Quick! Touch your left breast or your testicle. Cancel all wedding plans. Do not get on a plane. Lock the doors and stay inside. It’s Tuesday the thirteenth.
In Argentina, as in Spain and multiple parts of Latin America, Tuesday 13th is a day of bad luck. It’s considered unwise by many to board a plane, start a new business, or doing anything of any great importance, for fear it will end in ruin or tragedy. For the truly superstitious, cooking pancakes, cleaning the house with vinegar and burning palo santo are considered ways to ward off the evil eye.
Many find these superstitions frustrating, evidence of a paranoid, delusional way of thinking. Just check out Osvaldo Pepe in Clarín today, who describes superstitions as the “decline of intelligence,” one “that doesn’t accept a dreary destiny, instead wanting to make others responsible as bearers of bitter omens.” He makes reference to the famous Argentine musical Jettatore – both a play and a film, which centers on the hapless Don Lucas, who is made to believe he is jinxed, a yeta (or mufa, as they say in lunfardo) – and asks, how many people have had their lives “ruined” by “perverse rumor-mongering?” The author, Gregorio de Laferrère, who wrote the play in the early 1900s, has given his name to one of the poorest, most marginalized suburbs in all the conurbano. Chance? asks Pepe, who decides to leave the question for another day.
However, there’s no doubt that superstitions – which recur in various forms across time and continents – link us to our deepest, most distant past. And, for all our belief in reason and rationality, superstitious strains of thought lie just beneath the surface of even the most careful thinker.
But why is it believed that Tuesday the 13th brings mala suerte? There’s a few possible theories. And yes, they’re definitely theories.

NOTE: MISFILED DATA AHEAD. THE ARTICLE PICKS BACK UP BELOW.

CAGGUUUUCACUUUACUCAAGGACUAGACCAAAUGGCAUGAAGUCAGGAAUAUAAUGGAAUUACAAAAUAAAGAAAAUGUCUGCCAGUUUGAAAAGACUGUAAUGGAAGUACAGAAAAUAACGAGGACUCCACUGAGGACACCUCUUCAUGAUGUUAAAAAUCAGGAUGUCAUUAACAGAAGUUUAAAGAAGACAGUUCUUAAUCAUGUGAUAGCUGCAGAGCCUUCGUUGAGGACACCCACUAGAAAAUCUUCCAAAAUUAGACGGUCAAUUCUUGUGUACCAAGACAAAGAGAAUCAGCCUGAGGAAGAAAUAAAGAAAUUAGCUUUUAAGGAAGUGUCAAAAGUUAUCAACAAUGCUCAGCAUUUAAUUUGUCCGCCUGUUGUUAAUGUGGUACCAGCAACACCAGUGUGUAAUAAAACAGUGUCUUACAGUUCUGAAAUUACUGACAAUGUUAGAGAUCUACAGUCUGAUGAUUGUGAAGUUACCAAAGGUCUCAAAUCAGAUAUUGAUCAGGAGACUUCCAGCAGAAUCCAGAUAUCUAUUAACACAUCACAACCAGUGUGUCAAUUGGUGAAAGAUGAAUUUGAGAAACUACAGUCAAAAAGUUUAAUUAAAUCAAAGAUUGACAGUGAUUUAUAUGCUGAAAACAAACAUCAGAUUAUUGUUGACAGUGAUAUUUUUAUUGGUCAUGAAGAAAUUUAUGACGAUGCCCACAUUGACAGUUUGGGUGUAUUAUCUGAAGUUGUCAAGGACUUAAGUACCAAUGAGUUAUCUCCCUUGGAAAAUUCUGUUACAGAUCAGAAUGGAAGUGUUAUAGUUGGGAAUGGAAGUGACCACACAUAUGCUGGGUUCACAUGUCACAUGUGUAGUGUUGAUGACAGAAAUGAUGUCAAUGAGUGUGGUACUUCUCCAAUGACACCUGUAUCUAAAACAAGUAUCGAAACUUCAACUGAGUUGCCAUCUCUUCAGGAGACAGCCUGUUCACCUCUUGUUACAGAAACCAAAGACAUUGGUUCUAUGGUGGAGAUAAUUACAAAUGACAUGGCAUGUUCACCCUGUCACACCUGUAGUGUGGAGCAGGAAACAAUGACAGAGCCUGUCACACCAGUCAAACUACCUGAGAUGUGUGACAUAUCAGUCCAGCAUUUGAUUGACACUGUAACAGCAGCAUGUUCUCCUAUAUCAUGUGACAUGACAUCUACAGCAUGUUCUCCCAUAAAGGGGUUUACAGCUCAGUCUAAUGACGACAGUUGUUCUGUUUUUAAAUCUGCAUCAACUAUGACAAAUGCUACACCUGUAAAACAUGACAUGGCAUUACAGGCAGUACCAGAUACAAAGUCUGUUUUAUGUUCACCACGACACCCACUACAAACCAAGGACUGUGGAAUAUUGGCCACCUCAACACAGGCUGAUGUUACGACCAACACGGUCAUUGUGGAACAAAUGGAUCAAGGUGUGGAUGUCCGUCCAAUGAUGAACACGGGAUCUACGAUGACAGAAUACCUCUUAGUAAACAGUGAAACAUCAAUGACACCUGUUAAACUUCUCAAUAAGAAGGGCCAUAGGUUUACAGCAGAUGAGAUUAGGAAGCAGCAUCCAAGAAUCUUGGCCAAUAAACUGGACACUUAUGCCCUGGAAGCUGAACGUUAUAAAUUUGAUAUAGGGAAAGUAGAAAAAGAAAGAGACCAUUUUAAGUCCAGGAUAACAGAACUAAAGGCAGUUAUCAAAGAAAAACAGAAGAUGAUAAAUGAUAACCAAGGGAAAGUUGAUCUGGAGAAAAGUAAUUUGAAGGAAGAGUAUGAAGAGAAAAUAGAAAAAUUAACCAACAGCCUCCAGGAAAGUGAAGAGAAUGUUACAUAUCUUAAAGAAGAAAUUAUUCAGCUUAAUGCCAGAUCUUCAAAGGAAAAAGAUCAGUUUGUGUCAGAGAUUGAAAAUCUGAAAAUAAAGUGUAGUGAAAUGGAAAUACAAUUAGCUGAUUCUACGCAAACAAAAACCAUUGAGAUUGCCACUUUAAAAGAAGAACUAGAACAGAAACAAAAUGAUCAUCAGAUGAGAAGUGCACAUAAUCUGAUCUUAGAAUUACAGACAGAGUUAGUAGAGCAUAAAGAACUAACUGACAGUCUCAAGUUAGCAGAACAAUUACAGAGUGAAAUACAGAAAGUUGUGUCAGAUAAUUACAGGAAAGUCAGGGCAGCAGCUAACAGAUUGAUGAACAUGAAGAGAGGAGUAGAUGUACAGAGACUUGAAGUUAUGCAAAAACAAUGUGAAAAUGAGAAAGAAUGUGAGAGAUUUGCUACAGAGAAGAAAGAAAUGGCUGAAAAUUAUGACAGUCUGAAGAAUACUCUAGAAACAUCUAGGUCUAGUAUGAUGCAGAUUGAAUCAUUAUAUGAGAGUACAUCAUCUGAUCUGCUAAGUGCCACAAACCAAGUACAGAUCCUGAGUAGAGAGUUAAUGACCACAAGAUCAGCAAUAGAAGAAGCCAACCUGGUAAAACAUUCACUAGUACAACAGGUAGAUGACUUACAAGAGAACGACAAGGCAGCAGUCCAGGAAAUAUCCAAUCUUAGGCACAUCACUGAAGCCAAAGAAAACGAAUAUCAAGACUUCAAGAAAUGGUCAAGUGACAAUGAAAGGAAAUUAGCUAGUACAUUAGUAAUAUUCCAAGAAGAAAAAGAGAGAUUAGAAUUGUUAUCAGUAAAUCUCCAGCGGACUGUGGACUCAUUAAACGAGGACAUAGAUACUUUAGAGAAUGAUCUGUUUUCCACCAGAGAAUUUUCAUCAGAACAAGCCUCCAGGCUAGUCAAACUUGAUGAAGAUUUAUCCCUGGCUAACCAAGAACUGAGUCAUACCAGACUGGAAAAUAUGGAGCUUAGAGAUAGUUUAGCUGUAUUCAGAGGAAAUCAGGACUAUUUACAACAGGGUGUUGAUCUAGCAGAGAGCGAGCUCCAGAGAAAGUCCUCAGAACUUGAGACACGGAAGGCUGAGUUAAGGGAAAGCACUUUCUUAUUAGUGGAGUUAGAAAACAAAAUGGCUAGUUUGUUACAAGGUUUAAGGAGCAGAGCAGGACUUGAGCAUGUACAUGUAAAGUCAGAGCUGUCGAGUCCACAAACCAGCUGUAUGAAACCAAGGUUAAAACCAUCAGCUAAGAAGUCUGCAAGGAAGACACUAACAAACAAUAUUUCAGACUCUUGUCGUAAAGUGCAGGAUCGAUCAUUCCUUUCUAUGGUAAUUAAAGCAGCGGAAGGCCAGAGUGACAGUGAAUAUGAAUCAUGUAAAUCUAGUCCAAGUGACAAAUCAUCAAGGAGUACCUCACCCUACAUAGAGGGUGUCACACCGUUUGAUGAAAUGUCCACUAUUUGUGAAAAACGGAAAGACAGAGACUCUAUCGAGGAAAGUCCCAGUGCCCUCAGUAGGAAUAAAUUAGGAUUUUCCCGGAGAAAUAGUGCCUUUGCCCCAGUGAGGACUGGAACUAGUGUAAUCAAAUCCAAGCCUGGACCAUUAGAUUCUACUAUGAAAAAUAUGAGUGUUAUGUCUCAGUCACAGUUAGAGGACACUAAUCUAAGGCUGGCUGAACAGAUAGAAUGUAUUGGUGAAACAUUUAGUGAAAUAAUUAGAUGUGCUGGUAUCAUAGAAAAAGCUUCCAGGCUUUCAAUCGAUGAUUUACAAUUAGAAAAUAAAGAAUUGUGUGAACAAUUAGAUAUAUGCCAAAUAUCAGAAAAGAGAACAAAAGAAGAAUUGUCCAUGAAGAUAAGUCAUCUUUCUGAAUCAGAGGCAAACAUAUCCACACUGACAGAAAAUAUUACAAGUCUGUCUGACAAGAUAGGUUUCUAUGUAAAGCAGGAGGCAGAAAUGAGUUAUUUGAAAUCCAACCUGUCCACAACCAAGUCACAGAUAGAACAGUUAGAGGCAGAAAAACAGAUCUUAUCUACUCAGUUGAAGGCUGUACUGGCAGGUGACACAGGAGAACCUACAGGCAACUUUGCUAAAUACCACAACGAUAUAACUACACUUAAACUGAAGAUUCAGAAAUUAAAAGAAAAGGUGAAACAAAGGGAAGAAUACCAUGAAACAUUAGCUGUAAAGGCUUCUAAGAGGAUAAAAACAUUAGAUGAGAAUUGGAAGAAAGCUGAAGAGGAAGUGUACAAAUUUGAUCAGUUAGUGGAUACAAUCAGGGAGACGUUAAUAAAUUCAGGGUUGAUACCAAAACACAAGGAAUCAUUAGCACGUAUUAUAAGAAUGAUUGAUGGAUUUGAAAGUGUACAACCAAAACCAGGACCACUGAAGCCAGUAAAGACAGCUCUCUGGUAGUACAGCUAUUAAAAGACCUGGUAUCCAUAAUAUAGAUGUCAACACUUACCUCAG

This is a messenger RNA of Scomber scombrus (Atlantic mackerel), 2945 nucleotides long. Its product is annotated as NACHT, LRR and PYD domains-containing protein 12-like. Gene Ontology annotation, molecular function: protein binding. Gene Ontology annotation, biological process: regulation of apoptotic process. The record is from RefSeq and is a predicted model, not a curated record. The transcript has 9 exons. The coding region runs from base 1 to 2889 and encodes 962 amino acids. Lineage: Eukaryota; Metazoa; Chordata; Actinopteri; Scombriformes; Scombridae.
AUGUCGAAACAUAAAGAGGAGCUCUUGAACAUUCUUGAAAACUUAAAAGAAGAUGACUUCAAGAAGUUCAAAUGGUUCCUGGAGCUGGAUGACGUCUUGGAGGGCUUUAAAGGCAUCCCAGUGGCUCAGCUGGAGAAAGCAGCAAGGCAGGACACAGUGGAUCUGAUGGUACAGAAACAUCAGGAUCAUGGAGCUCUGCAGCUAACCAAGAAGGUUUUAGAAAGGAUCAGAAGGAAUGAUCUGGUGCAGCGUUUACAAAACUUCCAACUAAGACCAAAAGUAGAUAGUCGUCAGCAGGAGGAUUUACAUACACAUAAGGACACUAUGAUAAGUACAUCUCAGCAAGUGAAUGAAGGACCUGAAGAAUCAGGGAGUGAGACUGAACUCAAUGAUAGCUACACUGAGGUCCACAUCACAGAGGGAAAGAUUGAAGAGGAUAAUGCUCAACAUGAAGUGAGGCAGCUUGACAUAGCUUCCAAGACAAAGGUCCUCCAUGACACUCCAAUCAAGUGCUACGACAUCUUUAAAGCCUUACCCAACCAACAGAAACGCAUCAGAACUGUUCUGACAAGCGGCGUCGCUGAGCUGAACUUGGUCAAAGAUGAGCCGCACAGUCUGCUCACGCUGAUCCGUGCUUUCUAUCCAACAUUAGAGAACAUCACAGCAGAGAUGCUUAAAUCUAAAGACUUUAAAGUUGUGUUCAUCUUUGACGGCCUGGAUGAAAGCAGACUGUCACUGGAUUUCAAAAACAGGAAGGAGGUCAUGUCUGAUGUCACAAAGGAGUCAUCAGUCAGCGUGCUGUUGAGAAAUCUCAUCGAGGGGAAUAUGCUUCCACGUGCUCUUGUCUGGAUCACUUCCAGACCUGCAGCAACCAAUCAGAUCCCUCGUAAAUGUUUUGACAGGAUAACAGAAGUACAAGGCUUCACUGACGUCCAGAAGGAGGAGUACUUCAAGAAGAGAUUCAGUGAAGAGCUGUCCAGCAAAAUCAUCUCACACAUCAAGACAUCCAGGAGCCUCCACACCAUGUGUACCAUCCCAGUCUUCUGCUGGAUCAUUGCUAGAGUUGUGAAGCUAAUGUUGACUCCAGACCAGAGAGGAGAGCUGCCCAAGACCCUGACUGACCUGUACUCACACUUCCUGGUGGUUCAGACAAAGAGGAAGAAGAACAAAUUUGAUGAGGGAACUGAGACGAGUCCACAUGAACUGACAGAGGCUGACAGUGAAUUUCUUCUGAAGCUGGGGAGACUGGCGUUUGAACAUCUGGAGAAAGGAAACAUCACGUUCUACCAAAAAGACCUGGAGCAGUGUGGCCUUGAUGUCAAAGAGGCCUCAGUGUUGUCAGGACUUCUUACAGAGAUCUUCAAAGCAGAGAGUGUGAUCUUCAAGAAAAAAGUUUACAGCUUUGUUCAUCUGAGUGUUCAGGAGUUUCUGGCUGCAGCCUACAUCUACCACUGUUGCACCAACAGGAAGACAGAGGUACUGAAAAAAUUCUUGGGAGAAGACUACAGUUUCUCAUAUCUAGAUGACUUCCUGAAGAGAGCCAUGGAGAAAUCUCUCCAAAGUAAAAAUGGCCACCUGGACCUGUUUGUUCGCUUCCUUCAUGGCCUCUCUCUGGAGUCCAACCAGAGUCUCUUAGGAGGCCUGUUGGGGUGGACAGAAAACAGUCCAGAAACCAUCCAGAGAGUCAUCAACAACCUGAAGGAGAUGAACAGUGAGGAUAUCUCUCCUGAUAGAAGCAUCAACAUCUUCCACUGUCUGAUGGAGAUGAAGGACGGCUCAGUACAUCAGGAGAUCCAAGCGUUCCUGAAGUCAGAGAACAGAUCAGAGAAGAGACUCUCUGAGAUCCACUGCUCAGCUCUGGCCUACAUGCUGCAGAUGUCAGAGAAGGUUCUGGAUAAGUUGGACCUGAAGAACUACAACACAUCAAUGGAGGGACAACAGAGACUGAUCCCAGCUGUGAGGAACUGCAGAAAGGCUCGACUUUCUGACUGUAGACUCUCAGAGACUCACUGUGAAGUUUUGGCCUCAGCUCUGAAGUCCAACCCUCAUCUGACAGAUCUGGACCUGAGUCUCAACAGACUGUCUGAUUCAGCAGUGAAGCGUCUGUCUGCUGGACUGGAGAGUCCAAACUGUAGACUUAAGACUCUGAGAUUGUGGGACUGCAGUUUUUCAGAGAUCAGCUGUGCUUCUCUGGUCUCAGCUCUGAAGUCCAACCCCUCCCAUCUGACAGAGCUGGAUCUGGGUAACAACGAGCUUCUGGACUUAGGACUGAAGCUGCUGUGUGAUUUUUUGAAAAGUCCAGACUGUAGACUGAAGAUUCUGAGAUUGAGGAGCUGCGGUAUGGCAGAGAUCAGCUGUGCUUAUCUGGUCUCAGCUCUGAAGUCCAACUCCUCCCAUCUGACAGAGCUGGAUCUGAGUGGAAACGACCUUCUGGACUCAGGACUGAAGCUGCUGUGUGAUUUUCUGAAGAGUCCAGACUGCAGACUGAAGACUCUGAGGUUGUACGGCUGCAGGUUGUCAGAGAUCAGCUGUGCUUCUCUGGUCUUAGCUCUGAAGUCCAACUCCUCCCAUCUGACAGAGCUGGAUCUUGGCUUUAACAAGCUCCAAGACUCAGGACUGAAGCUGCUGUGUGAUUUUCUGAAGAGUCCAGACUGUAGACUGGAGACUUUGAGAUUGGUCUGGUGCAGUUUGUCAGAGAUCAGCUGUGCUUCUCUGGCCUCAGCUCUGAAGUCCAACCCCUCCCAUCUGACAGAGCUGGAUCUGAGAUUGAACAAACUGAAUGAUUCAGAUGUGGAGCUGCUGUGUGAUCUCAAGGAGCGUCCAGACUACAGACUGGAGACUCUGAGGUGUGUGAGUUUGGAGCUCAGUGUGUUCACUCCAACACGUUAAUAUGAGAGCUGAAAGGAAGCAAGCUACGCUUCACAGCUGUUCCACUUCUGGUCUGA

The Last Supper had a guest list of thirteen…
And the thirteenth man who sat down to sup at the table of traitors was none other than Judas Iscariot.
There’s also a Norse myth that says something similar…
There were twelve seated at a Norse banquet in Valhalla, then that mischievous Loki came along and things turned sour.
In a Tarot deck, the thirteenth card is death
The Knights Templar were arrested or massacred on the 13th day
These medieval Christian Knights, who some believe had discovered the Holy Grail, but who were probably actually “extremely boring Roman Catholics,” were apparently arrested or massacred on Friday October 13th, 1307.
The fear originates in a book called Friday, The Thirteenth, published in 1907
According to National Geographic, this is the most likely origin of the superstition. Prior to its release, “13” and “Friday” had been considered unlucky on their own, but never together.
Of course, in Argentina Tuesday and not Friday is considered unlucky. So where does unlucky Tuesday come from?
Constantinople fell on a Tuesday
The 29th of May 1453 to be precise, a profoundly traumatic event for Christians.
Also, add the numbers 1,4,5,3 together…
In any case, the government is encouraged not to introduce any news bills to the Chamber of Deputies today, though it’s doubtful their luck could be any worse at this moment in time.